The primary function of filler material is to fill the space between components to create the desired form, but they can also be used to enhance functionality or add strength and protection against harsh environment conditions. Fillers are typically made of polypropylene, polyester, nylon, cotton, and paper that can be bundled, twisted, or layered. Each material offers specific benefits. For example, polypropylene rods add push and pull strength, polyester provides insulation, nylon resists heat, cotton will not melt in high temperatures, and paper has options for flame and moisture resistance.
What to ask when selecting filler materials:
- What is the desired form?
- How can filler enhance the cable’s function?
- What gaps could various filler materials address for this application?
Barriers: tapes, wraps, and separators
Barriers are mainly used to prevent the cable’s core components and the outer jacket material from bonding together. Configurations to isolate and separate internal components are highly customizable. Additionally, coverage can range from full to minimal depending on needs.
Some tapes, wraps, and separators can also perform additional functions.
- Aluminized backing can be used for shielding and insulation.
- Binder wraps hold components together to make sure tensions stay the same.
- Some tapes can increase flex life or rigidity. Others are specifically designed for high or low temperatures, or for use in any temperature.
- Wraps and tapes can be designed to protect cable or components from moisture and chemicals.
What to ask when selecting tapes, wraps, and separators:
- What internal components must be accommodated?
- What other functions would be helpful for this application?
- How will the cable be connectorized?
- Will the choice of material affect the connector housing?
Shielding for structural and signal integrity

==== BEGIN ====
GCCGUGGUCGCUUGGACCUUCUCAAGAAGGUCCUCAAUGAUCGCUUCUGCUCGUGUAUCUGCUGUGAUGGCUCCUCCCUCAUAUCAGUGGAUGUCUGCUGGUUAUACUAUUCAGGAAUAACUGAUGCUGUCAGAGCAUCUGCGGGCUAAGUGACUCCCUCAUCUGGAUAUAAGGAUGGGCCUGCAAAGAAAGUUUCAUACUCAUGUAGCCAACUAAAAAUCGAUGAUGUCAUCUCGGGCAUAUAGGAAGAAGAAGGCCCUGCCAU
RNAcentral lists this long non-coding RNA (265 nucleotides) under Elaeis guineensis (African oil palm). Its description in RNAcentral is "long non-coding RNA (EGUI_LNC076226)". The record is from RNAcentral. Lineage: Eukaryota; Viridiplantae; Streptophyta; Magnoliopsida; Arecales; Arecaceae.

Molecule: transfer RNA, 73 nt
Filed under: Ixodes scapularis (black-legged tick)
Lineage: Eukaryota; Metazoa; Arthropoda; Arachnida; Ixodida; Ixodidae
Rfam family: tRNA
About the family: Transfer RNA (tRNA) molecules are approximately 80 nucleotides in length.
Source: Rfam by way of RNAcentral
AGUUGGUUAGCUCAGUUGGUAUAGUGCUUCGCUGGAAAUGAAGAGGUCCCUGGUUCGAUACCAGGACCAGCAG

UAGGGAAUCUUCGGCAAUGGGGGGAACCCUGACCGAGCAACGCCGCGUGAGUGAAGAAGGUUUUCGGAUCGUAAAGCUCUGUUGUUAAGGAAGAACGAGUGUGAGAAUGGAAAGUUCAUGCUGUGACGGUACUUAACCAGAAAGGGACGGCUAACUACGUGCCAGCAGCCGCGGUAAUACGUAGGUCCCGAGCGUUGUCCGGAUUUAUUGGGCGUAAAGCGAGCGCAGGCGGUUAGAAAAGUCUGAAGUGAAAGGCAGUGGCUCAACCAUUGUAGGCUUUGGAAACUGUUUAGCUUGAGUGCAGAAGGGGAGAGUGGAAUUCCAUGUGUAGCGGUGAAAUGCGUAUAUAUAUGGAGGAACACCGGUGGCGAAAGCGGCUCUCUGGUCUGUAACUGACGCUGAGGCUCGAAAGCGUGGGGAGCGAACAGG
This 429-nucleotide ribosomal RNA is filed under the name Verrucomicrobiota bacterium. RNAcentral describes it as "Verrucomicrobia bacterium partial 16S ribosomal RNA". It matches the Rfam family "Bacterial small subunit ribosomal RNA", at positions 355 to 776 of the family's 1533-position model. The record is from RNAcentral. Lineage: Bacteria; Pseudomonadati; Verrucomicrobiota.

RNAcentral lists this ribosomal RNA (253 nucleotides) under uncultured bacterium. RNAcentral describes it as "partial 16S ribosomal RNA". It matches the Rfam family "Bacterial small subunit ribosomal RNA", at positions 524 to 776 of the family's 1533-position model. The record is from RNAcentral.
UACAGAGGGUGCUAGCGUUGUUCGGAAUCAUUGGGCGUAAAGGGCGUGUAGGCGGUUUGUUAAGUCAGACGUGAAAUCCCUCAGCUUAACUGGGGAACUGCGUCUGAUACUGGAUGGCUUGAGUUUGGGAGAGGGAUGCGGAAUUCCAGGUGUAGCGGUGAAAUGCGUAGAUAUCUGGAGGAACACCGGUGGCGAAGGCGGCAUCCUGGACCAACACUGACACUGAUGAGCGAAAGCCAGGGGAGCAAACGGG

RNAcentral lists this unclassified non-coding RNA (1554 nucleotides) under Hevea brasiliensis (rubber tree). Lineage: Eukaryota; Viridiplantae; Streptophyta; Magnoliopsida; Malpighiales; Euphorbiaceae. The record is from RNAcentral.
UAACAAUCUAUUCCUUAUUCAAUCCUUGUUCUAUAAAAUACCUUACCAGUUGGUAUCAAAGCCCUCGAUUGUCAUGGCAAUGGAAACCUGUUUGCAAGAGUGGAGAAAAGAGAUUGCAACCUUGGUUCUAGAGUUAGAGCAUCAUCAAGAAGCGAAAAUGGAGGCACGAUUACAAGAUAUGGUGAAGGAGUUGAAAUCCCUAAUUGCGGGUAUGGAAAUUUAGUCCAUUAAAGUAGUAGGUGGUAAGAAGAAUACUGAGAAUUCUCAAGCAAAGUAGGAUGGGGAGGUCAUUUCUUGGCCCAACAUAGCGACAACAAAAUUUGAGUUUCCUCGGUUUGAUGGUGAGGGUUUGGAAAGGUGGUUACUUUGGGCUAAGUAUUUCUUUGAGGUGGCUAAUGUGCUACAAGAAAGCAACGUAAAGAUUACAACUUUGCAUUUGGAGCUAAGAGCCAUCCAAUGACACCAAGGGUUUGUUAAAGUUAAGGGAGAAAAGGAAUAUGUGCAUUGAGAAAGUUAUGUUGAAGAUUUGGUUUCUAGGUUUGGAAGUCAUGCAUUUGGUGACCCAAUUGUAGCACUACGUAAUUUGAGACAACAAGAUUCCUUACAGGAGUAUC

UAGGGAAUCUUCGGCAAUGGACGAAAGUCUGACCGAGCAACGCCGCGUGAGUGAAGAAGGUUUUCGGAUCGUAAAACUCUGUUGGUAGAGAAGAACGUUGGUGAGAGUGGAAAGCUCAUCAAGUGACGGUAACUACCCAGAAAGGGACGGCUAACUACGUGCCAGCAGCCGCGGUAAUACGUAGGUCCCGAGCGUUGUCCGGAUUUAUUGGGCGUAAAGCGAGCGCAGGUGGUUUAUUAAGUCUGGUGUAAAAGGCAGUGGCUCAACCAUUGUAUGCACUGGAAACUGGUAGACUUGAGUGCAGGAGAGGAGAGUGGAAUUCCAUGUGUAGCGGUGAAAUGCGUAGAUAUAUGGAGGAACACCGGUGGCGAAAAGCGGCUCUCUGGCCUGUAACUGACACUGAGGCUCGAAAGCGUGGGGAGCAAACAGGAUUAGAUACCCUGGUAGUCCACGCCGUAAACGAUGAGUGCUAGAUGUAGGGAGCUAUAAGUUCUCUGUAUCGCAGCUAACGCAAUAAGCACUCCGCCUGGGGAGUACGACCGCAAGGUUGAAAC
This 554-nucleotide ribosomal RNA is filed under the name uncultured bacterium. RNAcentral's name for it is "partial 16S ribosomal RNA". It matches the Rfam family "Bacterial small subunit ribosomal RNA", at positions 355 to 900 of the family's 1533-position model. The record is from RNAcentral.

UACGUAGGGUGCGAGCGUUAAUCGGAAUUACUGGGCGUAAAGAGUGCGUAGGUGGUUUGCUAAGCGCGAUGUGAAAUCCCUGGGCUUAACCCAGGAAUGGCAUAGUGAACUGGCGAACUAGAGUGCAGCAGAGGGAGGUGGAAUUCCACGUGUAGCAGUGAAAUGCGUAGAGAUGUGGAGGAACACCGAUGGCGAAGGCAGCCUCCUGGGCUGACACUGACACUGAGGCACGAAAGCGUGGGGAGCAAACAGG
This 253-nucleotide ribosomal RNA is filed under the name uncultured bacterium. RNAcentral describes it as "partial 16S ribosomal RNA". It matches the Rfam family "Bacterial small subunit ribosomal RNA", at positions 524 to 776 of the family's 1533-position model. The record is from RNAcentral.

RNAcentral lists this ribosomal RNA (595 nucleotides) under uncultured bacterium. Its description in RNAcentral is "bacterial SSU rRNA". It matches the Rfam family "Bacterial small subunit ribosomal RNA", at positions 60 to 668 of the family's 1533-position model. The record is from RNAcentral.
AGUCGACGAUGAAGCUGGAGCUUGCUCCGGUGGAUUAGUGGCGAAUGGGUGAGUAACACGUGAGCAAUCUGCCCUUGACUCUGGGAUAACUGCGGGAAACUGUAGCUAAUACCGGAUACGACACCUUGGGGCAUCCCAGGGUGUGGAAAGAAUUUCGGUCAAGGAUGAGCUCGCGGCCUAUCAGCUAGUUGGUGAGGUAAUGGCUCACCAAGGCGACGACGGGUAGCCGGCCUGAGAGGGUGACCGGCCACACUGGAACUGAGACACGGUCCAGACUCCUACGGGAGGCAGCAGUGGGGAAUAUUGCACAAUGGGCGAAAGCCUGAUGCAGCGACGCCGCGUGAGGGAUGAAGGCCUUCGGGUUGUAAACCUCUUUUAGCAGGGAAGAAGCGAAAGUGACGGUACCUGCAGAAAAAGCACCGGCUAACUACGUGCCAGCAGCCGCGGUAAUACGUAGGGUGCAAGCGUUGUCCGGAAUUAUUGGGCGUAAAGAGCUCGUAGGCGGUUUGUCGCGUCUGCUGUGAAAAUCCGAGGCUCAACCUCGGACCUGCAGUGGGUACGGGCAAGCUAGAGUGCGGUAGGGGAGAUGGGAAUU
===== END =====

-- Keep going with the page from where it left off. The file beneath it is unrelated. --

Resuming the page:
Shielding protects the cable by increasing structural integrity and signal integrity. With the right materials and configurations, shielding can also add strength, flexibility, and noise suppression. Shielding is accomplished with aluminum foil tape; aluminized polyester tape; foil tape, braiding with tinned copper, stainless steel, bronze, and other materials; or drain wire. A combination of braid shields, which guard against low frequency noise, and foil shields, which guard against high frequency noise, is most effective against interference and maintaining signal integrity. Braiding styles are either box weave or spiral.
What to ask when choosing shielding:
- What type of noise interference will the cable encounter?
- What are the flex life demands for the cable system?
- What is the plan for connectorizing multiple shields?
Jacketing provides defense against harsh environments
The outer jacket is a cable’s main protection against environmental stresses and application demands. For medical and food grade applications, polyurethane, thermoplastic rubber, and polyvinyl chloride are used. Options for other applications include fluoropolymers, polyester elastomer, thermoplastic elastomer, and thermoplastic urethane. In some cases, a specialty blend is appropriate to meet specific, unique needs.
What to ask when choosing jacket materials:
- Will the cable be subjected to extreme temperatures?
- Is cut, crush, or abrasion resistance required?
- Are there low smoke, zero halogen (LSZH) requirements?
- Are there medical or food grade considerations?
Consider the connector
The connection is often the part of the assembly that is most vulnerable to the elements, so attention to terminating and connectorizing the cable is critical. The connector must have its own protection against the elements and operating conditions that exist in harsh environments: extreme temperatures or temperature fluctuations, chemicals, water, dust, sunlight, radiation, and more.
Harsh environments often allow for only limited access and the connector and cable assemblies used in them may be expected to perform critical operations for decades. Whether in space, in a nuclear power facility, in medical equipment, or in a military application, someone is relying on that equipment to work as promised, so great care must be taken in the design, selection, installation, and operation of all the connectivity components.